[Imported automatically from my blog. Some formatting there may not have translated here.] I got this as a freebie for renewing my subscription to National Review awhile back. (You can only have so many NR t-shirts or coffee mugs.) And it finally percolated to the top of my to-be-read pile. Written by David B. Frisk, it is a hefty tome, 438 pages of text, over 60 pages of endnotes. And what's it about? It is a biography of William A. Rusher (1923-2011), the publisher of National Review for abou [Imported automatically from my blog. Some formatting there may not have translated here.] I got this as a freebie for renewing my subscription to National Review awhile back. (You can only have so many NR t-shirts or coffee mugs.) And it finally percolated to the top of my to-be-read pile. Written by David B. Frisk, it is a hefty tome, 438 pages of text, over 60 pages of endnotes. And what's it about? It is a biography of William A. Rusher (1923-2011), the publisher of National Review for about thirty of those years, from 1957 until his retirement in 1988. In addition to his work at the magazine, Rusher was also a political activist, heavily involved in an effort to steer the Republican Party to a more consistently conservative direction. Although his early GOP efforts were in support of Dewey and Ike, he came around to a solid conservatism after being disillusioned with the Eisenhower presidency. Rusher was considerably different from NR's famous editor, William F. Buckley Jr. Buckley was born rich, comfortable moving in sophisticated society, totally charming. Rusher was from a modest background, working his way into Harvard Law, very much the practical politician, obsessed with devising winning strategies. WFB was the golden retriever in the limo, Rusher the pitbull in the street. It's surprising things worked as well as they did at the magazine. Frisk does a good job of describing the inner wangling factions at NR, often setting Rusher at odds not only with WFB, but also with such eminences as James Burnham. There were disagreements aplenty: what the overall tone of the magazine should be; which political candidates should be supported, which dumped; just how dismissive should the magazine be toward conspiracy theorists, antisemites, and other fringe-dwellers. (Shrinking the tent of acceptability is fine in theory, but once you start factoring in the loss of subscribers, contributors, and advertisers, it gets more difficult.) Rusher was a huge Goldwater fan in the early 1960s, a major force pushing him into his 1964 presidential candidacy. Frisk reminds us that, like any sane person would be, Goldwater was unenthusiastic about running. He seems only to have embraced the process when it was clear he wouldn't win. But the Goldwater campaign was successful at beating the liberal Republicans, and it hatched the political career of conservatism's most shining success, Ronald Reagan. Rusher was an active participant there too. He never liked Nixon much, and wanted Reagan to be the nominee in 1968. Outside of politics, well… there wasn't much there to Rusher. Never married, a few close friends. Obviously his choice, but somewhat sad. I can't recommend this book to anyone who isn't really interested in the history of the US conservative political movement. At times it seems that there's no memo so inconsequential, no squabble so trivial, that Frisk doesn't describe it. Still, it's readable, and will act as a lasting memory to someone who undoubtedly had a major effect on his times.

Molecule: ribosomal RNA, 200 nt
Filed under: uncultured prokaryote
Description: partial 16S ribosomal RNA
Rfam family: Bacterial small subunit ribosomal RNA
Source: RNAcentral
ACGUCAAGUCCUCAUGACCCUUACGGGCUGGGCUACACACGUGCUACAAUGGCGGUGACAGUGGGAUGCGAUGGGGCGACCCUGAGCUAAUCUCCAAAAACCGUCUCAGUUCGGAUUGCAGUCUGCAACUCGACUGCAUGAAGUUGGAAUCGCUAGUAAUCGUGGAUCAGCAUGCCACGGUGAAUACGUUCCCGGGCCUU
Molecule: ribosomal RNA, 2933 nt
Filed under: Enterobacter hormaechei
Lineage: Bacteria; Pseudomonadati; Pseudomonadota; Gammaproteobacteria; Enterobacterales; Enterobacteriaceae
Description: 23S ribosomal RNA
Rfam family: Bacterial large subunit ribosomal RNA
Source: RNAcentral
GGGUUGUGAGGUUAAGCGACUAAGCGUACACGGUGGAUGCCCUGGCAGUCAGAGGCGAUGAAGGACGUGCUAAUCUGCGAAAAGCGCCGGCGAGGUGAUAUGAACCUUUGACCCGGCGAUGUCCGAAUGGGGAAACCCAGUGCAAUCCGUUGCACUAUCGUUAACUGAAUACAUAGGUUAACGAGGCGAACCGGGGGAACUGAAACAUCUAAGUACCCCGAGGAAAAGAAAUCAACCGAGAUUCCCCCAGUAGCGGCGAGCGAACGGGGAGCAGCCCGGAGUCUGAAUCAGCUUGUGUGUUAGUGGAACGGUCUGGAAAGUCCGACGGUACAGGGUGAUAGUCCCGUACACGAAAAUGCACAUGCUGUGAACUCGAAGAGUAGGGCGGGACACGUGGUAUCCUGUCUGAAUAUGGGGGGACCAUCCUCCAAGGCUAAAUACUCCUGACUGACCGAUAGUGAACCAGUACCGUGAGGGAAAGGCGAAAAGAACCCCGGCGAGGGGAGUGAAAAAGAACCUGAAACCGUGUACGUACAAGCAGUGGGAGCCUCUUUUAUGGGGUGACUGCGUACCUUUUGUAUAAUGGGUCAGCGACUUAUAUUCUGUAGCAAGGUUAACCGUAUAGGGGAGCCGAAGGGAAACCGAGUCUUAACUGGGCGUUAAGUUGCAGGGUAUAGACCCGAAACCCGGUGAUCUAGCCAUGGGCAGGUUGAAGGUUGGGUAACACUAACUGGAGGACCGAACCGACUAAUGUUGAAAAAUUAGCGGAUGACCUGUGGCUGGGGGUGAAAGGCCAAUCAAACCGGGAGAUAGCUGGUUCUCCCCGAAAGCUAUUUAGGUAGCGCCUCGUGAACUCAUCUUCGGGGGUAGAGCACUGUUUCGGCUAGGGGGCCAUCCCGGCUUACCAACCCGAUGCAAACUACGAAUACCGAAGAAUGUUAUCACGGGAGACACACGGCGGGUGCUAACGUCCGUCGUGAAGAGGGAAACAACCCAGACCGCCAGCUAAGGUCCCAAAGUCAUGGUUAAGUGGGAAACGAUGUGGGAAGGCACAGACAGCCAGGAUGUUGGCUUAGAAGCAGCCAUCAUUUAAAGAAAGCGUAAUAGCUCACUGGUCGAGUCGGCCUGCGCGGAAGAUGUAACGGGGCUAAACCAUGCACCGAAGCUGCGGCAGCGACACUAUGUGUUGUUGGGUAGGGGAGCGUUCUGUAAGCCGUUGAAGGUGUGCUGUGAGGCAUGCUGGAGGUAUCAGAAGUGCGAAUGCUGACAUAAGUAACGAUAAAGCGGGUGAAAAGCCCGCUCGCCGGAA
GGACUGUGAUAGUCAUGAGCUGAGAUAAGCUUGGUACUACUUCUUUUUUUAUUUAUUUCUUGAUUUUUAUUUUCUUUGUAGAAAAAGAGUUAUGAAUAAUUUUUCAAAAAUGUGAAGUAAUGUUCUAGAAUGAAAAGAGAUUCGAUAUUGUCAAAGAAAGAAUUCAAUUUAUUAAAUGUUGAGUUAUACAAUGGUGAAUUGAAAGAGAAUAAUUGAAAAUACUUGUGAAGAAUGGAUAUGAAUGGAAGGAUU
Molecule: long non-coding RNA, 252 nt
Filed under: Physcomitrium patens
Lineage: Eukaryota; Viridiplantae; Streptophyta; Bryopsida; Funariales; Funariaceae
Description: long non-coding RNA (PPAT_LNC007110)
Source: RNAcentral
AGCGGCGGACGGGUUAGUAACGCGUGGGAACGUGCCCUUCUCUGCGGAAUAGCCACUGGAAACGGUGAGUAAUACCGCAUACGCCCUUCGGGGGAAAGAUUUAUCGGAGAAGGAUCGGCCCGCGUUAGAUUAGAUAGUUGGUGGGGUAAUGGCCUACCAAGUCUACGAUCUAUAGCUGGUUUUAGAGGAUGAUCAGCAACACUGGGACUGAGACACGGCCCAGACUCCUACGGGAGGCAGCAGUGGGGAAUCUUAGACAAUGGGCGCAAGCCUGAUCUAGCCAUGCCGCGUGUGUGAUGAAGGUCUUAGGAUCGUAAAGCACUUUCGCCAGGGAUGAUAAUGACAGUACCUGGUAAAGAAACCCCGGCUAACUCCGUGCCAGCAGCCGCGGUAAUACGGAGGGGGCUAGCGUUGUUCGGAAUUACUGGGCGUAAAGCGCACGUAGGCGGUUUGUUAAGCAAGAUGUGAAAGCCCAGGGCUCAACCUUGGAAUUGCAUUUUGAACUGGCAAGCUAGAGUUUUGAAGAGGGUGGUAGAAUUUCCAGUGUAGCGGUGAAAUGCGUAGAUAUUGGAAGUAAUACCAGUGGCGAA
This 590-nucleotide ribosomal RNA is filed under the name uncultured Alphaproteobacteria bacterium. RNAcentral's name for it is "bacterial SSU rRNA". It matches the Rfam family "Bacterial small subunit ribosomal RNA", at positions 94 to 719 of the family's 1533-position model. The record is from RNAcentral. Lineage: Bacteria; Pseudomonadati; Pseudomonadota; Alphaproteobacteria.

3. 4 out of 5

    The American Conservative

    'David Frisk’s biography gives us a full portrait not only of a good man at work, but also of an era that saw one of the most abrupt changes in governing philosophy in American history. William A. Rusher was at the heart of that change, and it will be surprising for some to learn that on the political and organizational front he was its chief protagonist. If Not Us, Who? gives the man his due. It is invaluable reading for any student of the rise of American conservatism.' Read the full review, "G 'David Frisk’s biography gives us a full portrait not only of a good man at work, but also of an era that saw one of the most abrupt changes in governing philosophy in American history. William A. Rusher was at the heart of that change, and it will be surprising for some to learn that on the political and organizational front he was its chief protagonist. If Not Us, Who? gives the man his due. It is invaluable reading for any student of the rise of American conservatism.' Read the full review, "Gentleman Bruiser," on our website: http://www.theamericanconservative.co...

  4. 4 out of 5

    Geoffrey Kabaservice

    I reviewed this book for The New Republic: http://www.newrepublic.com/book/revie... I reviewed this book for The New Republic: http://www.newrepublic.com/book/revie...

  5. 4 out of 5

    Ben

  6. 5 out of 5

    K.E. Wells

  7. 5 out of 5

    Bjc624

  8. 5 out of 5

    Scott

  9. 4 out of 5

    Tom Wannamaker

  10. 5 out of 5

    Kate Pitrone

  11. 4 out of 5

    H. Jr.

  12. 4 out of 5

    Richard de Villiers

  13. 5 out of 5

    Ivan Denisov

  14. 5 out of 5

    Phil Melton

  15. 4 out of 5

    Richard

  16. 5 out of 5

    Ryan Rusak

  17. 4 out of 5

    Sean

  18. 5 out of 5

    William Cherry

  19. 5 out of 5

    Chris

  20. 5 out of 5

    Christopher Wensley

  21. 5 out of 5

    Neal

  22. 4 out of 5

    Jeffrey

  23. 4 out of 5

    Chris Nardo

  24. 4 out of 5

    Casey

  25. 4 out of 5

    Nate Geisinger

  26. 4 out of 5

    Briana

  27. 4 out of 5

    Tomáš Zemko

  28. 4 out of 5

    Ash

  29. 5 out of 5

    Donald Forster

  30. 4 out of 5

    Terry

  31. 5 out of 5

    Tony Schievelbein

  32. 4 out of 5

    Ross

  33. 5 out of 5

    Mark